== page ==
Earth Friendly Ways To Reuse Your Garbage
Ralph Waldo Emerson once described a weed as, “a plant whose virtues have not yet been discovered.” Might we not consider garbage in the same way? One man’s trash is another man’s treasure, after all. To the non-recycler, an empty bottle is garbage. To the reuse enthusiast, that empty bottle could be a chandelier, a vase, a drinking glass, a candelabra … you get the picture.
In a world being consumed by waste, it’s time to think of our trash in a different light (and save some money while we’re at it).
♦ Use a gallon milk jug to water the roots of garden plants without standing there with a hose: Poke small holes in the bottom of the jug and bury it; fill with water for slow and steady irrigation.♦ Make a bird feeder out of a 2-liter plastic bottle.♦ Pour used bacon grease into a tuna or cat food can, chill until firm, and wire the can to a tree to give your feathered visitors some food. Bacon grease may be gross to some of us, but it attracts bluebirds, crows, jays, ravens, starlings, woodpeckers and Carolina wrens.
♦ Mound used coffee grounds in a ring around garden plants to keep ants and slugs away.
♦ Use paper egg cartons to start seedlings; since the paper will biodegrade, each cup with its seedling can be dropped right into the soil. Toilet paper tubes can be used in the same way.
♦ Use old wine corks to create a floating key ring; never worry about your keys sinking while at the beach or lake again.
♦ Become a recycling master and transform old wine corks into masterpieces.
♦ Once it’s time to retire an old game, use the game board to make coasters.
♦ Use old game pieces – Monopoly movers, dice, Scrabble tiles – to make jewelry or to decorate wrapped packages.
♦ Yes, this may seem random, but here goes: don’t throw away your old garden rake! Remove the head and hang it on the wall for use as a necklace tree, a rustic tie holder, a scarf organizer, a belt holder … the possibilities are many.
♦ Spread out old newspaper beneath a tablecloth to provide further protection against spills.
♦ Don’t forget the old trick of using newspaper instead of paper towels to clean windows.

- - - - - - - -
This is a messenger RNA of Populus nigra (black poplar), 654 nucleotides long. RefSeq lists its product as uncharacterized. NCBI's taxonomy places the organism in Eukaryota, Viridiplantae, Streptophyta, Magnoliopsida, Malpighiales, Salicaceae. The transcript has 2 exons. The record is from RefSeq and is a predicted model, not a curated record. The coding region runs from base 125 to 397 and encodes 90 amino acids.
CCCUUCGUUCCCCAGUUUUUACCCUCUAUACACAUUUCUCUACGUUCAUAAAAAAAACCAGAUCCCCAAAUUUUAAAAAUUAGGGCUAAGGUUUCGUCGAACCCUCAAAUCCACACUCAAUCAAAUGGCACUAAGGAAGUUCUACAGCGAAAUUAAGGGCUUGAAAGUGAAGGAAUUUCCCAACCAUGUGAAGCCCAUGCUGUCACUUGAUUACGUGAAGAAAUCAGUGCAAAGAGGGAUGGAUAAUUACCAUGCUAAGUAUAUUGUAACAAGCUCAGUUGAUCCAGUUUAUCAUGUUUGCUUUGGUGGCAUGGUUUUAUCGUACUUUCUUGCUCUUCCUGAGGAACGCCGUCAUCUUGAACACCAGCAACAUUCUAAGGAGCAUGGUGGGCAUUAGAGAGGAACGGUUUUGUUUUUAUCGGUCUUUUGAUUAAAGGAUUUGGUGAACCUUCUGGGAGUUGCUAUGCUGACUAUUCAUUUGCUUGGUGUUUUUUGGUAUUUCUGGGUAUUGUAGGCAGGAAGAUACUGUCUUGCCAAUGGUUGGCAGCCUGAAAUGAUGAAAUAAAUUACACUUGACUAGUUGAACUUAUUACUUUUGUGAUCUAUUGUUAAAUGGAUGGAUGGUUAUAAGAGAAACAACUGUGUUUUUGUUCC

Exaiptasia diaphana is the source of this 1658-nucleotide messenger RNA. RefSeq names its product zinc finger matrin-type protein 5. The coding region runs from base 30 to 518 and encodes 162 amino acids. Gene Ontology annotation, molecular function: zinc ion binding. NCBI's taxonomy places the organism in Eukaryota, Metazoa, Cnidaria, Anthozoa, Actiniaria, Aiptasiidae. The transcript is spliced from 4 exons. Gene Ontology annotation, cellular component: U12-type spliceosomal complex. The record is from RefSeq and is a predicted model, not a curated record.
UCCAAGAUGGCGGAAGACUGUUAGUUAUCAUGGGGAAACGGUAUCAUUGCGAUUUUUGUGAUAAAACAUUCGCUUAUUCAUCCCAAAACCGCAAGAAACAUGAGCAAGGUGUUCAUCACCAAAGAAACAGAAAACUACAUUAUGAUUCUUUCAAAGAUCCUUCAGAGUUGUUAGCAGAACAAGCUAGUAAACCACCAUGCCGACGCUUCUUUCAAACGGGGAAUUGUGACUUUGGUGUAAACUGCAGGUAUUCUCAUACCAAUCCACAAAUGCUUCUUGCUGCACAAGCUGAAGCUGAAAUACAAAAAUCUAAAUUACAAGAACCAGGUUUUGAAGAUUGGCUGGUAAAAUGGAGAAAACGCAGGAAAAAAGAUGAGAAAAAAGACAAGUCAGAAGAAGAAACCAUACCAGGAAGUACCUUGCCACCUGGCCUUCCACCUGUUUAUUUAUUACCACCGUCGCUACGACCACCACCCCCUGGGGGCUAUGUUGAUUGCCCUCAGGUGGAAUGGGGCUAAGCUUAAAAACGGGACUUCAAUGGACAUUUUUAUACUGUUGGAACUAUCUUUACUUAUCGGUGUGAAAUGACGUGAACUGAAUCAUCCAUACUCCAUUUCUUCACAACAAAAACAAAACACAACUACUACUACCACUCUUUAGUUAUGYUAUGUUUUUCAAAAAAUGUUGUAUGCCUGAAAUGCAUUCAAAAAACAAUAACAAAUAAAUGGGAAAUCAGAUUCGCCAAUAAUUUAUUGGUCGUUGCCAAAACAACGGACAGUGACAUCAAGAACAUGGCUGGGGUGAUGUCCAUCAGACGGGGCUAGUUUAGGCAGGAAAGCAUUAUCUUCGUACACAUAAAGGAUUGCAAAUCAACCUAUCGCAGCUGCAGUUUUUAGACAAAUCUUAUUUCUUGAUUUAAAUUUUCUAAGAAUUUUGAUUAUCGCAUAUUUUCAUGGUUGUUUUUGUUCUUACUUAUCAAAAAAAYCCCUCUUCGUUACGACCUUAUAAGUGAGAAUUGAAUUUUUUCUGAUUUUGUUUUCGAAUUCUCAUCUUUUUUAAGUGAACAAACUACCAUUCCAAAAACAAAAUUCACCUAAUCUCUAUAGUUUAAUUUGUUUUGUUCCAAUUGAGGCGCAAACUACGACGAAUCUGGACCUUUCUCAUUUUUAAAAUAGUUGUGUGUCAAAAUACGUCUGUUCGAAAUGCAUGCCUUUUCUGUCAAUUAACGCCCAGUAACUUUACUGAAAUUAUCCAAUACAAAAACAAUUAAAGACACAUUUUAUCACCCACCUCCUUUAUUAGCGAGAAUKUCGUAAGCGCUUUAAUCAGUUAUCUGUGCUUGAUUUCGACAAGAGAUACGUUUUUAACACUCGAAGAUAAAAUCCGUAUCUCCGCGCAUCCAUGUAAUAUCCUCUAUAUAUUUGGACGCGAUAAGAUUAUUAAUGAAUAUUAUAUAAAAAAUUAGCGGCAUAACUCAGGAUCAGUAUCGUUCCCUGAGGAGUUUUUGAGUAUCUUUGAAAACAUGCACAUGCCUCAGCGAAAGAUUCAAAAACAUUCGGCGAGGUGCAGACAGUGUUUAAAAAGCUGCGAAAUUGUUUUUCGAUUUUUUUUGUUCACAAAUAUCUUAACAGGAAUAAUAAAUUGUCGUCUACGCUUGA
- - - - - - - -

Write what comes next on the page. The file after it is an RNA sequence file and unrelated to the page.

♦ Place an open jar or bowl of dried, used coffee grounds in your refrigerator or freezer to neutralize odors.
♦ Keep a jar of dried, used coffee grounds under the sink and use with dish soap as a scouring agent for cleaning caked-on stubborn food.
♦ Did your bike inner tube spring a leak? Lucky you! Now you can save the tube and cut it into strips for a bonanza of rubber bands in custom widths.
♦ You can also use a bike inner tube to fashion an industrial chic door draft stopper: Cut a length of tube a little longer that the door’s width, fill with sand and seal both ends; block drafts and stay cozy.
♦ We are a people of rampant toilet paper use and thus, we are all left with a lot of toilet paper tubes. You can turn those tubes into playthings and nesting materials for your small furry pets.
♦ Torn and crumbled toilet paper tubes also make fine packing material.
♦ Put old, stained T-shirts to use; cut them up and use them for messy spills around the house and in the garage.
♦ Old sailors know this one: use banana peels to shine your shoes. Rub the inside of the peel on shoes, then buff with a soft cloth.
♦ Use juiced citrus halves sprinkled with salt to clean stainless steel and other metal fixtures.
Body and Soul
♦ Keep used tea bags in the refrigerator; in the morning, dampen if needed and put one on each eye to relieve puffiness and refresh sleepy peepers.
♦ Dampen cool, used tea bags and place them on insect bites and minor burns; it’s said that the tannins help soothe and reduce inflammation.
♦ Pack old newspaper sleeve bags in your purse or backpack for use as emergency galoshes.
♦ If you hate the feeling of rubber gloves against your skin, use newspaper sleeve bags to protect your hands while washing dishes.
♦ Pill containers can hold a stash of Band-Aids in your purse for when blisters and paper cuts strike.
♦ Another way to use soap slivers is to wrap a group of them in a washcloth and tie it into a bundle; presto, you have a self-sudsing scrubber.